A blue sign installed in 1997, one of many placed around Angaston at the time to highlight historical points of interest, is nearly all that remains of the derelict former Angaston Cottage Industries building after it was demolished last week.
The sign’s wording tells of how the original shop was purchased by Charles Flaxman on behalf of George Fife Angas back in 1839 and after being occupied by various businesses, the premises was eventually purchased by Angaston Cottage Industries in 1972 as a community based outlet for local produce and handicrafts.
It traded in the main street for 46 years before closing its doors in 2018, marking the end of an era begun by the late Mrs Helen Hill Smith with the philosophy of providing residents with an outlet for their hobbies whilst ensuring traditional skills were not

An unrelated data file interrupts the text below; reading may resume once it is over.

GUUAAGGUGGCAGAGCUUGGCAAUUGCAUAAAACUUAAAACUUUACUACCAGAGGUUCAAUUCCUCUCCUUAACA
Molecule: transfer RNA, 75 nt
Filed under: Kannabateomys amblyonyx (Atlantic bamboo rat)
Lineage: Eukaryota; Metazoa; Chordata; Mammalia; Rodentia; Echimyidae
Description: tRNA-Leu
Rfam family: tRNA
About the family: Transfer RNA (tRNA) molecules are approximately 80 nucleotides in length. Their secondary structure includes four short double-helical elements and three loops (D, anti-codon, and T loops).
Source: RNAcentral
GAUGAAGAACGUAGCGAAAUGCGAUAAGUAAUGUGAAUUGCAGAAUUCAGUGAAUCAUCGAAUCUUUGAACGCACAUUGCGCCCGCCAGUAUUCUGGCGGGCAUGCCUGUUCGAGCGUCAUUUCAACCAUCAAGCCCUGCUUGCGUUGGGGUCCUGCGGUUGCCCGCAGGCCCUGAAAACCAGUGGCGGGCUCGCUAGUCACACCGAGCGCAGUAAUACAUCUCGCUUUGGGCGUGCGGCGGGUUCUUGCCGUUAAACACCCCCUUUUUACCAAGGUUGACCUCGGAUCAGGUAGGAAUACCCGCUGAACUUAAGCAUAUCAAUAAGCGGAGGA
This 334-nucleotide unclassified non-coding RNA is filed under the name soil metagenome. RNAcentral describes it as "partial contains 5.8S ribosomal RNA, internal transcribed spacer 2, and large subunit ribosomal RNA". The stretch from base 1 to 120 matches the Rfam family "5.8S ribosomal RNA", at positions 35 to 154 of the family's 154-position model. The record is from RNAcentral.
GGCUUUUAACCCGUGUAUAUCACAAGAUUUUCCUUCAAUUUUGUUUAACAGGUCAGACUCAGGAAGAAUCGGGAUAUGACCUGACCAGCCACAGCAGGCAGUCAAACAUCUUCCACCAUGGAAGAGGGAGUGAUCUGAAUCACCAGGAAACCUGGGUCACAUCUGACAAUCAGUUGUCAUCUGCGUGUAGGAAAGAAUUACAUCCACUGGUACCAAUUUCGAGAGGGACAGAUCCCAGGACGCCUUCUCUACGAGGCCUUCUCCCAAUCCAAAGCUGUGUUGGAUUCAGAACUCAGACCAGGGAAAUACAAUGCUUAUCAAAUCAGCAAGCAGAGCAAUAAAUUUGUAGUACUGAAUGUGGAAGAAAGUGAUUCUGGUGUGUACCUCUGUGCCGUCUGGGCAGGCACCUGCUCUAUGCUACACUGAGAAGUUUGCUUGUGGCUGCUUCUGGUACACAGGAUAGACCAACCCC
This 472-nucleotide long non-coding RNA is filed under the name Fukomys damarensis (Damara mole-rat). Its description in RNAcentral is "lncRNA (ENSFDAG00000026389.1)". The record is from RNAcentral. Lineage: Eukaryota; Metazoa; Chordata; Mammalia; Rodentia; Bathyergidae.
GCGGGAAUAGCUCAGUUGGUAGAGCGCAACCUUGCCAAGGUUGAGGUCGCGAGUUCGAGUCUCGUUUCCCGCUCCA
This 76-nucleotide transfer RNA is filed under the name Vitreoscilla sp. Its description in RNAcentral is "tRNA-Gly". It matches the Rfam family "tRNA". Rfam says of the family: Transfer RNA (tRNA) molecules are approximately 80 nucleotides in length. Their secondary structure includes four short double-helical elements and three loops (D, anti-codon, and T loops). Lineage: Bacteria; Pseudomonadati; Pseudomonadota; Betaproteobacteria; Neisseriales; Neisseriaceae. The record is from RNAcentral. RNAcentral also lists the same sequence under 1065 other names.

“She bought the building and then she got a group of girls around her who were, by and large, part of the Angaston and District Hospital Ladies’ Auxiliary,” said her son, Robert, owner of the site.
“Those same girls and a few others started Angaston Cottage Industries on a volunteer rotation… It gave a lot of joy and a lot of purpose to a lot of people.”
That chapter now closed, another is about to begin with Robert appointing JBG Architects and Underwood Builders to create a new premises sympathetic to both the street-scape and the shop’s history.
“Plans have been lodged and approved by Council and we are looking for a tenant that will operate a business there with a nod to what my mother started in the seventies,” Robert said.
“The outside will be weatherboard, it will be gabled as it was and what we put within it is still being discussed and negotiated.
“It’s hopefully going to be a nice addition to the main street and make Angaston a more attractive place to spend time and money in.”
As part of the project, the demolition of the adjoining building known by locals as the old Petts’ Barber Shop, began on Monday.
The tiny transportable, also steeped in history, was once located where Anytime Fitness car park is situated now.